AZA: Zoo accreditation denied to ‘provide sufficient time’ for improvement


A lack of consistent funding was the main reason for the Honolulu Zoo to lose its accreditation, according to the official letter the city received Thursday, March 31, from the Association of Zoos and Aquariums (AZA).

The letter has been shared with zoo staff, the Honolulu Zoo Society and City Council members.

In the letter, Chuck Wikenhauser, chair of the association’s accreditation committee, states animals at the zoo are being “well cared for by staff” and the organization is encouraged by the “dedicated leadership” and strategic plan put forth by zoo director Baird Fleming.

Click here to read the letter from the AZA.

However, the letter read in part that “the lack of sustained leadership at the Honolulu Zoo, as evidenced by a turnover of five directors in five years, and insufficient financial support by the City/County and Honolulu Zoo Society, have resulted in three recurring five-year AZA accreditation cycles of underachievement.”

It also added that “the Mayor’s proposed FY 2017 budget includes increased support for both Zoo Operations and Capital Planning, but has yet to be adopted by the City Council. You also indicated that contract renegotiations with the Honolulu Zoo Society emphasizing fundraising and outlining each organization’s area of responsibility, authority, and obligation, is ongoing.”

Honolulu Zoo Society contribution

Cash support: $542,895

Additional support: $930,136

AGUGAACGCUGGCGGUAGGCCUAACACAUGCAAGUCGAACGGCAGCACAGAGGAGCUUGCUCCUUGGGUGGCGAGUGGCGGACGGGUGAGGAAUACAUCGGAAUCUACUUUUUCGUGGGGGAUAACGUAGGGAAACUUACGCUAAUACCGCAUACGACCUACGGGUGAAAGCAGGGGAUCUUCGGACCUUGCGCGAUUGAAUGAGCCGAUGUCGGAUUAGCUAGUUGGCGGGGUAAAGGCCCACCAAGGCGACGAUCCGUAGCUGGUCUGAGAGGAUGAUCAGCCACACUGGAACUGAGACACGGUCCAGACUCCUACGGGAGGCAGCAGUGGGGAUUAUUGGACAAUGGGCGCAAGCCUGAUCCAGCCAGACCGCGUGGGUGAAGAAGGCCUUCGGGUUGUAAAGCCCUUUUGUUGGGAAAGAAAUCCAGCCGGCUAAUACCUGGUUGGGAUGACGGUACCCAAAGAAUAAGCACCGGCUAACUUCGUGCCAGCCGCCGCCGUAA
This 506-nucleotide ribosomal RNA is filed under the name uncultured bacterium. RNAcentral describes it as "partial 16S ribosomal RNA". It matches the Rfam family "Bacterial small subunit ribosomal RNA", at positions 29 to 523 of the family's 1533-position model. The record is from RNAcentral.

Fleming says zoo staff has been working hard to show the AZA it deserves to get it back: “They’re saying, ‘You know what guys, what you’re doing is perfect. You’re on the right track.'”

According to the city, its revenue has been down from a high of $5.1 million in 2013 to around $4.8 million this past year. The city also said projections are looking up for the next couple of years, projecting as much as $5.5 million in revenue in 2017.

Fleming will also continue to work with the Honolulu Zoo Society, the zoo’s support organization, which provided over a million dollars last year, including everything from exhibit repairs to education programs.

“They have agreed to focus their efforts on that yes, and I think that in the new cooperative agreement that they put together with us, it delineates some things like percentages of membership that are going to be going to the zoo,” Fleming said.

Ultimately, the zoo wants to be known for its treatment of animals and conservation efforts. Both Fleming and the AZA agree it’s not an issue. “They love what we’re doing with our animals. They love the welfare, the husbandry, the conservation that we’re really pushing. That’s exactly what they want to see,” Fleming said.

As far as what will change for people taking their families to the zoo, Fleming says not to worry, “literally nothing (will change). That’s the great thing. That’s a commitment from the city. That’s what AZA wants to see too.”

The team that traveled to Omaha for the accreditation process consisted of Fleming, assistant zoo director Linda Santos, and city managing director Roy Amemiya Jr.

The earliest the zoo can reapply for accreditation is March 1, 2017.

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